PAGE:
A Coyote Columbus Story

A Coyote Columbus Story

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Overview

A trickster named Coyote rules her world, until a funny-looking stranger named Columbus changes her plans. Unimpressed by the wealth of moose, turtles, and beavers in Coyote’s land, he’d rather figure out how to hunt human beings to sell back in Spain. Thomas King uses a bag of literary tricks to shatter the stereotypes surrounding Columbus’s voyages. In doing so, he invites children to laugh with him at the crazy antics of Coyote, who unwittingly allows Columbus to engineer the downfall of his human friends. William Kent Monkman's vibrant illustrations perfectly complement this amusing story with a message.

Product Details

ISBN-13: 9780888998309
Publisher: Groundwood Books
Publication date: 08/28/2007
Edition description: First Trade Paper Edition
Pages: 32
Sales rank: 703,418
Product dimensions: 8.25(w) x 10.50(h) x (d)
Lexile: 480L (what's this?)
Age Range: 3 - 6 Years

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Coyote Columbus Story 4.5 out of 5 based on 0 ratings. 2 reviews.
conuly on LibraryThing More than 1 year ago
I grew up in Bensonhurst. BIG Italian neighborhood. Right on 18th Avenue - you can believe we knew it when it was Columbus Day! Parades up and down the block!And this is what we learned in school... let's see... Columbus was a Hero, and very Brave, and he Discovered America, and he Explored, and... oh yeah, and we learned that little ditty about sailing the ocean blue.This is what we didn't learn: Columbus wasn't just lost on the way to India, he drastically miscalculated the size of the earth - and all the sailors knew it. (The size and shape of the earth had been worked out back in the time of the Ancient Greeks, so this was nothing new.) Oh, yeah, and when he showed up in the Americas he promptly took several "Indians" back with him as slaves. Yippee. Of course, there are two sides to every story. Columbus didn't believe himself a villain, that's for sure. But if you teach kids a one-sided portrayal of history when they're five and six and seven and eight, it's going to be much harder to teach them that real life is more complicated than that. It looks like kid biographies nowadays at least mention the whole slavery thing... sorta... but they don't seem to focus on it. A quick perusal of the options will show titles calling Columbus a Hero, an Explorer, a Man of Faith, and an Adventurer. Not "Columbus. He was a dude who messed up" or "Columbus. Did some bad things too".Oh, and you see this book as well. This book is great. Fantastically colored illustrations, and a funny way of telling a story. It's full of pointed anachronisms, too, which do help lighten the mood. I mean, it's an uncomfortable subject. It's easier to talk about if you can joke a bit at the same time.The book is a bit wordy, and with the aforementioned anachronisms and all it may be better to read this to the later end of the 4 - 8 age range.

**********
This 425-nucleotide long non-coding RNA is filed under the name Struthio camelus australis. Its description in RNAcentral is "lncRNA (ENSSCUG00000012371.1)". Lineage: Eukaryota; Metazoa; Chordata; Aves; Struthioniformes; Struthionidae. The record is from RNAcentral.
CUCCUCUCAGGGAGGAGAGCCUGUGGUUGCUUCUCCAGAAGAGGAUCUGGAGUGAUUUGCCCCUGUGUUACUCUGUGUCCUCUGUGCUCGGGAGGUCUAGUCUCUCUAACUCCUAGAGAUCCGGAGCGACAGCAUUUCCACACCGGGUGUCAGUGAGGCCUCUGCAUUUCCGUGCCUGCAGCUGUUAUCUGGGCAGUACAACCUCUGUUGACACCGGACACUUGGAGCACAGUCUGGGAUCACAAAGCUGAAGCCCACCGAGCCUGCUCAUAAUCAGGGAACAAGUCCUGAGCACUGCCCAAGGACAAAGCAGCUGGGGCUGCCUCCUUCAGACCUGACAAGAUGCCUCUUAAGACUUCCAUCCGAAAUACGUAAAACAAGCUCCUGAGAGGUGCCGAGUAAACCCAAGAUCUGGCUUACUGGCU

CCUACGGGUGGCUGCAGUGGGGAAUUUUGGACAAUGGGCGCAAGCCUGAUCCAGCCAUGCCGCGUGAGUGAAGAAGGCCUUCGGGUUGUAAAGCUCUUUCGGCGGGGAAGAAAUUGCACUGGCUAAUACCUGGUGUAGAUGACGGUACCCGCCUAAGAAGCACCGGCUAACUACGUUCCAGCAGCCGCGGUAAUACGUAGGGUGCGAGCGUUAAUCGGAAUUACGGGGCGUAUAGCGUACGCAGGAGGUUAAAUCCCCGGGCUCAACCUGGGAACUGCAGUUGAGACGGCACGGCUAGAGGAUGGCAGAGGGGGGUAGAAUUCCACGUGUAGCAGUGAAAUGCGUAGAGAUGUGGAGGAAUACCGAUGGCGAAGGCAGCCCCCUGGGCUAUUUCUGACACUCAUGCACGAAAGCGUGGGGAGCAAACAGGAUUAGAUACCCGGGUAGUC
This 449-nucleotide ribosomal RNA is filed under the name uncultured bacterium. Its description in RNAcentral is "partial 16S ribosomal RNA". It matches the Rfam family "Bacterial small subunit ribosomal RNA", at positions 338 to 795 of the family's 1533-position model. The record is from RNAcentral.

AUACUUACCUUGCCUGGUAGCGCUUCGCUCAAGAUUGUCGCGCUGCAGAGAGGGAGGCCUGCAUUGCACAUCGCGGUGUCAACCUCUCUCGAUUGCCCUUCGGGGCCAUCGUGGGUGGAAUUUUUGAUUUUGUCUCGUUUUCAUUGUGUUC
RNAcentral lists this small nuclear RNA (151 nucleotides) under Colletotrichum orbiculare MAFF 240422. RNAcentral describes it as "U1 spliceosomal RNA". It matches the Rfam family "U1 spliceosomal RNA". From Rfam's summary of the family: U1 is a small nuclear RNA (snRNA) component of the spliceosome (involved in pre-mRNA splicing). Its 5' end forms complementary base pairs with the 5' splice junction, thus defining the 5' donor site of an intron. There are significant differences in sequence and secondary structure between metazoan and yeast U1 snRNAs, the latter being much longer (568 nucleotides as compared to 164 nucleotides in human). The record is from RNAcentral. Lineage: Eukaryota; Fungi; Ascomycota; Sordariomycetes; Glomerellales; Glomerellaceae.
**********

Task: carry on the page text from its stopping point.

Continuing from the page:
francescadefreitas on LibraryThing More than 1 year ago
Hilarious, zany, anachronistic, chaotic, and all good - it is hard to find proper adjectives to describe King's version of Columbus's arrival. This is not the Columbus taught to school children, this Columbus is altogether more dangerous.